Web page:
Of the many adjectives that have been lavished upon Cul de Sac's utterly original, trans-genre instrumental sound over their thirteen year tenure, "cinematic" has certainly been a common one. Perhaps the band instinctively realized that their music was a perfect compliment for the moving image, for in their early days Cul de Sac would perform live with experimental films as a backdrop, and often have created live musical accompaniment to many screenings of classic silent pictures. So when Cul de Sac were commissioned by Boston's Cityscape Motion Pictures in 2001 to compose the original score for The Strangler's Wife - a low budget, feminist-leaning slasher film made for New Concorde, the production/distribution company owned by "King of the B's" Roger Corman (Little Shop of Horrors, The Masque of the Red Death etc) - their cinematic music became positively widescreen. The Strangler's Wife is the original motion picture score by Cul de Sac, a soundtrack album that also happens to be one of the most diverse and musically vivid recordings of Cul de Sac's career.
In the middle of what was to become Cul de Sac's fifth studio album (2003's critically heralded Death of the Sun), the band switched gears to lend their unique avant/psych-rock atmospherics to The Strangler's Wife. Thoroughly absorbed in the script and rough cuts of the film, the band began composing music specifically for key scenes. Glenn Jones came to the studio offering one of the best songs of his career - "Mirror II (Mae and Elena)", a yearning, Fahey-esque acoustic ballad (heartstring-tugging courtesy of Jonathan LaMaster's emotive violin melodies). Samples and electronic compositions were brought in by Cul de Sac electricians Robin Amos and Jake Trussell, exactingly constructed for certain scenes. The rest of the music was either composed in the studio or improvised on the spot, as the film was running. The resulting score unfurls a sonic scene-by-scene recreation of the movie as Cul de Sac heard it. From the film's opening sequence "First Victim (Apple)/Main Titles", Cul de Sac offer up a dose of their idiosyncratic Kraut-vibe, with a touch prog that brings to mind Goblin's 70's Italian horror film scores…but from there, the musical plot is anything but predictable. Sentimental/ominous acoustic-fueled compositions, horror show sound paintings, visceral drum 'n' bass meltdowns, ambient tonal soundscapes - all are revealed through the course of the recording, with remarkably dramatic effect.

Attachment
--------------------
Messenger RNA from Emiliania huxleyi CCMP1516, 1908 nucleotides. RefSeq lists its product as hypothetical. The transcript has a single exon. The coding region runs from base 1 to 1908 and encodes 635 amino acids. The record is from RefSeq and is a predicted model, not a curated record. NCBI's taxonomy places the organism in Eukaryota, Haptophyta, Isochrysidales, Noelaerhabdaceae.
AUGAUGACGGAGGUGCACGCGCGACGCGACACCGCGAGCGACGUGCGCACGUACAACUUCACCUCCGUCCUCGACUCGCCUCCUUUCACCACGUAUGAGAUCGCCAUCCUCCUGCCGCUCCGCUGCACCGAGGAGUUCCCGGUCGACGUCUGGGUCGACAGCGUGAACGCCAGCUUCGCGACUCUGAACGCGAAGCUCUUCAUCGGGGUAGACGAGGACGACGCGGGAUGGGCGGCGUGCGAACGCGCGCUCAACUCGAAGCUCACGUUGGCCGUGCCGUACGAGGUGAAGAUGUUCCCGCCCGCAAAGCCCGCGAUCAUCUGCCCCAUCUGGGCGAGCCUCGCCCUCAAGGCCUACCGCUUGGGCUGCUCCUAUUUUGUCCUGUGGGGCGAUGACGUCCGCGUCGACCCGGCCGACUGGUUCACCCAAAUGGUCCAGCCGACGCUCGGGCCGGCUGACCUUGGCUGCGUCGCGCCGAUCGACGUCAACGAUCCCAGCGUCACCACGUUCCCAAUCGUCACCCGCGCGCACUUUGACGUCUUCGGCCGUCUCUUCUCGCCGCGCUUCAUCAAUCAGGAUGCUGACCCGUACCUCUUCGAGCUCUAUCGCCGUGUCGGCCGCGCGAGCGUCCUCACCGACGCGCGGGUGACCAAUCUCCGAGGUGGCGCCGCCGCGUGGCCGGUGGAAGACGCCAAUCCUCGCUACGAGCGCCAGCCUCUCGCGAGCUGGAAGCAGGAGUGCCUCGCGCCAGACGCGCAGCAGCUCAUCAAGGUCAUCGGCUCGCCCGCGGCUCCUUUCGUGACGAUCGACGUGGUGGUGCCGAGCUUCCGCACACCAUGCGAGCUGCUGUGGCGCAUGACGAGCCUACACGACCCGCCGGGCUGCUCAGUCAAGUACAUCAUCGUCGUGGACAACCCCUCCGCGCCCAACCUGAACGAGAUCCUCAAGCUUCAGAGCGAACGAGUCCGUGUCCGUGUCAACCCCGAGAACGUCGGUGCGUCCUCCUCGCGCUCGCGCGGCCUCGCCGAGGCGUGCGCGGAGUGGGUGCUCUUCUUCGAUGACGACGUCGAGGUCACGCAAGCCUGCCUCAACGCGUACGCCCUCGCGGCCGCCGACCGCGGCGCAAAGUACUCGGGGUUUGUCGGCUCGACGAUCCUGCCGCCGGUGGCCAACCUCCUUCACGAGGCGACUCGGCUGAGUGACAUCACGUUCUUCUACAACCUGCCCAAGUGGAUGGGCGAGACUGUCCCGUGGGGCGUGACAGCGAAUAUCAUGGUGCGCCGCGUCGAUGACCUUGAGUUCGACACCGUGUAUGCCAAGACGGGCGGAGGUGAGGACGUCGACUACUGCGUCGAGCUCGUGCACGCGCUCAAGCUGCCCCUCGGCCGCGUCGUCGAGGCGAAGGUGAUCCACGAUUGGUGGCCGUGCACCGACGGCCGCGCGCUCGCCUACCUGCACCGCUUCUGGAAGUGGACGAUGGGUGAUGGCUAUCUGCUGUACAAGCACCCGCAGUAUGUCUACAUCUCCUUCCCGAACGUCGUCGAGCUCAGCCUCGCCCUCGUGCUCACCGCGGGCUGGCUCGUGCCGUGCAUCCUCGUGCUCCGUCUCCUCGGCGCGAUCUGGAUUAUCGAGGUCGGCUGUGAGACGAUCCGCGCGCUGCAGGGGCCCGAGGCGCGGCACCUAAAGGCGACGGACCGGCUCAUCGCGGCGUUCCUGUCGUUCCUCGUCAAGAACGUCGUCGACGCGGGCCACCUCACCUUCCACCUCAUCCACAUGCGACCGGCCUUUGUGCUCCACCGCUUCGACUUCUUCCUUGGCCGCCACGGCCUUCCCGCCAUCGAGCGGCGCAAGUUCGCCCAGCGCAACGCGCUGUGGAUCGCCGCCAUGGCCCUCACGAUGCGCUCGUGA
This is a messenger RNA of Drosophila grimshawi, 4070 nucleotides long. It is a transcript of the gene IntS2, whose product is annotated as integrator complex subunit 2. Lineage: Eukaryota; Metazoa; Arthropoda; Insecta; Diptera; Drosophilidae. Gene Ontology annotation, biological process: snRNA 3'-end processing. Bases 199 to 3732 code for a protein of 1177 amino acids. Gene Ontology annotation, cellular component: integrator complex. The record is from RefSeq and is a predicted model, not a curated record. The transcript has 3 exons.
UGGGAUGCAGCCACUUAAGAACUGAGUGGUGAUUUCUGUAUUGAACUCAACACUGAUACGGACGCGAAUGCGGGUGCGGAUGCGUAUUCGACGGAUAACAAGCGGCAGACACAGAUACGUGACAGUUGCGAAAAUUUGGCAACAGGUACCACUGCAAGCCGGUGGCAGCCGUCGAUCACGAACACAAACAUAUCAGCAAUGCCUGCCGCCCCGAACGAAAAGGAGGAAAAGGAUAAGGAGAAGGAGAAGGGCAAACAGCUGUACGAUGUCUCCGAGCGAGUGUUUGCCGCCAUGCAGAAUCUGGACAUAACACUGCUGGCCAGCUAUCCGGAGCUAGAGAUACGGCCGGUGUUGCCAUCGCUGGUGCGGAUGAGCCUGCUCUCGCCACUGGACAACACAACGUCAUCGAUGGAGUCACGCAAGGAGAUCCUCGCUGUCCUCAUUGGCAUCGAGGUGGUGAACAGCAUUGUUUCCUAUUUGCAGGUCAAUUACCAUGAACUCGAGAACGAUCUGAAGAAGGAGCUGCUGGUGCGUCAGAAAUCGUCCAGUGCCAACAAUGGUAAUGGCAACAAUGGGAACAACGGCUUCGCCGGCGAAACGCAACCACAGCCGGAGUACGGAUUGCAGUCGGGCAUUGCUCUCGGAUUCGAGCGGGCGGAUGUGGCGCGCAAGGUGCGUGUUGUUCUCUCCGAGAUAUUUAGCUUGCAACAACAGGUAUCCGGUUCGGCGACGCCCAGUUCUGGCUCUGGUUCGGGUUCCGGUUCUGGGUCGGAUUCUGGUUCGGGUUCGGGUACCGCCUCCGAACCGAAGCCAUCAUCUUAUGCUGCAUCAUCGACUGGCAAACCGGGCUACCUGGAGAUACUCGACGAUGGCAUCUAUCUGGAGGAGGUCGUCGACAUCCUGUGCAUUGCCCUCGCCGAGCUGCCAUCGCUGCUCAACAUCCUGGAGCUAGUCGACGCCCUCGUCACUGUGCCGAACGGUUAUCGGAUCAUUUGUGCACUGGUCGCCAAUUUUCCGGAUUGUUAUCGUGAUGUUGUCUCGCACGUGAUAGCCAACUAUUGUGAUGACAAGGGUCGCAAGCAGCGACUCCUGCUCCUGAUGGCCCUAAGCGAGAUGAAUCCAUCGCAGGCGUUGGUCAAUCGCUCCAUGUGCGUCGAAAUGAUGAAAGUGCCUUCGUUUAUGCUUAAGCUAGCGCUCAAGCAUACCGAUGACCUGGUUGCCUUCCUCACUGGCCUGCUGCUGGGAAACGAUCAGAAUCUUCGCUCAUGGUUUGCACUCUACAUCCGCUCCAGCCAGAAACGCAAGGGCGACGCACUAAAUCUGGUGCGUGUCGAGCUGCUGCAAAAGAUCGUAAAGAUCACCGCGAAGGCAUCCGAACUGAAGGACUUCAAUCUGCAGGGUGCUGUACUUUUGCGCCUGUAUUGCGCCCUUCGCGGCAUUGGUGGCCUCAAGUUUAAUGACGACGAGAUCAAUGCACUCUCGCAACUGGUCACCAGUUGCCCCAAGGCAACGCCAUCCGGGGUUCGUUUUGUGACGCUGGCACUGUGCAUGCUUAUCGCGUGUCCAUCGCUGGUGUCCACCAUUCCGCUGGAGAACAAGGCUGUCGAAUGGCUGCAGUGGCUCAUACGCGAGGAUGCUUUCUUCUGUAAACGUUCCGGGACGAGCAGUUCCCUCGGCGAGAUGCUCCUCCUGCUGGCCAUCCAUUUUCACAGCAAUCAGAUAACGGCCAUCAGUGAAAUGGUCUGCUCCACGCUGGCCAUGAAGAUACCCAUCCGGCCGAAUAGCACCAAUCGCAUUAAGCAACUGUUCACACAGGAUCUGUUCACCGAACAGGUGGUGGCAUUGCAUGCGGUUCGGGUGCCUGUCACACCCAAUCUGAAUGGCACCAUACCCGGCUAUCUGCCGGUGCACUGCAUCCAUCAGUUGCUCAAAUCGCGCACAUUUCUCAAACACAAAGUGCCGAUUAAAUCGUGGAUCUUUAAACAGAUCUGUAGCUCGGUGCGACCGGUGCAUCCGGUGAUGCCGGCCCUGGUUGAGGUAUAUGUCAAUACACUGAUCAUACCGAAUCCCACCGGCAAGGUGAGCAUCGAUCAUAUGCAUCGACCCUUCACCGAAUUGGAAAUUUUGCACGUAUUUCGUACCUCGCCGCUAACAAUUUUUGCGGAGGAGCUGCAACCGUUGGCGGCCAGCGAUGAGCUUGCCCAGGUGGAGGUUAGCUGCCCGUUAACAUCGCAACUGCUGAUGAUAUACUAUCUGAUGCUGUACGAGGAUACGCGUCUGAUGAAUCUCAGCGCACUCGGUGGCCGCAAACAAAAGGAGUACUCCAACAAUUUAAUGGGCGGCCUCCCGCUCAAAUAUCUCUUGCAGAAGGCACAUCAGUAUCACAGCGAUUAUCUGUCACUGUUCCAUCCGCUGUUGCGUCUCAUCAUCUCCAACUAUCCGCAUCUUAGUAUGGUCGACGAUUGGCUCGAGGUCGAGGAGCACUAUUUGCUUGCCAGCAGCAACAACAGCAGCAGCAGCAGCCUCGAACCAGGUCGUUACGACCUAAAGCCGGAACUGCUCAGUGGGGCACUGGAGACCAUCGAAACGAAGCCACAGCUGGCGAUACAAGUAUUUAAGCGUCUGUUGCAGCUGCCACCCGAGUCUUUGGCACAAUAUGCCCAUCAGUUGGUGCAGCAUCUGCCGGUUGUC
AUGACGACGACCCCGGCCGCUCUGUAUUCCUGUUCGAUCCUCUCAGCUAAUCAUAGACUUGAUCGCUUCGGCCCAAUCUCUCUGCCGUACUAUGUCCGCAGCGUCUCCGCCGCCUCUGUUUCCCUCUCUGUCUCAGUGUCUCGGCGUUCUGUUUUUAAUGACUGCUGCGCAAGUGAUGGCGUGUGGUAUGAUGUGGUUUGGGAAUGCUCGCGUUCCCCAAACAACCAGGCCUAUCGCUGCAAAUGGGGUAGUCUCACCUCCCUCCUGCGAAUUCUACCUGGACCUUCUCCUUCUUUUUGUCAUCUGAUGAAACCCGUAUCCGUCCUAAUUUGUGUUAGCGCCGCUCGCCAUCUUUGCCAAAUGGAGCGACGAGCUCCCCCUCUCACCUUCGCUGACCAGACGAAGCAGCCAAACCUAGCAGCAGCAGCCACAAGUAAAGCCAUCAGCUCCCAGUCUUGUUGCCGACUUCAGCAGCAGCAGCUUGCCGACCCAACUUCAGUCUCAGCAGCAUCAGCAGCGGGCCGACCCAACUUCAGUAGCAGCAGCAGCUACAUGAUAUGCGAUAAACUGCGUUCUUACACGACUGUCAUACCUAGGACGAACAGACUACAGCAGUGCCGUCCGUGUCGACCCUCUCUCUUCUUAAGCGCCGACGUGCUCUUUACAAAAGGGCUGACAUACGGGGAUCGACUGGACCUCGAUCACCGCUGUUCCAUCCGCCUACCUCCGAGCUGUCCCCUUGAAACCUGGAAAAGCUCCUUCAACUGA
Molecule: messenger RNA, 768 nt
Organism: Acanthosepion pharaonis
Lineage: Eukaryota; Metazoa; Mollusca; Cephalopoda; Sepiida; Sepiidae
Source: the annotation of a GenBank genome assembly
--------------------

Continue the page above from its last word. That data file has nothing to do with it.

In the spirit of classic Italian horror film scores of the 70's and film soundtracks scored by avant rock bands such as Nosferatu (Popol Vuh), More (Pink Floyd) and Zabriskie Point (Various), Cul de Sac has concocted music of a tremendously detailed, dynamic scope. The Strangler's Wife is a silver screen moment for one of the most expressive experimental rock bands of the last decade.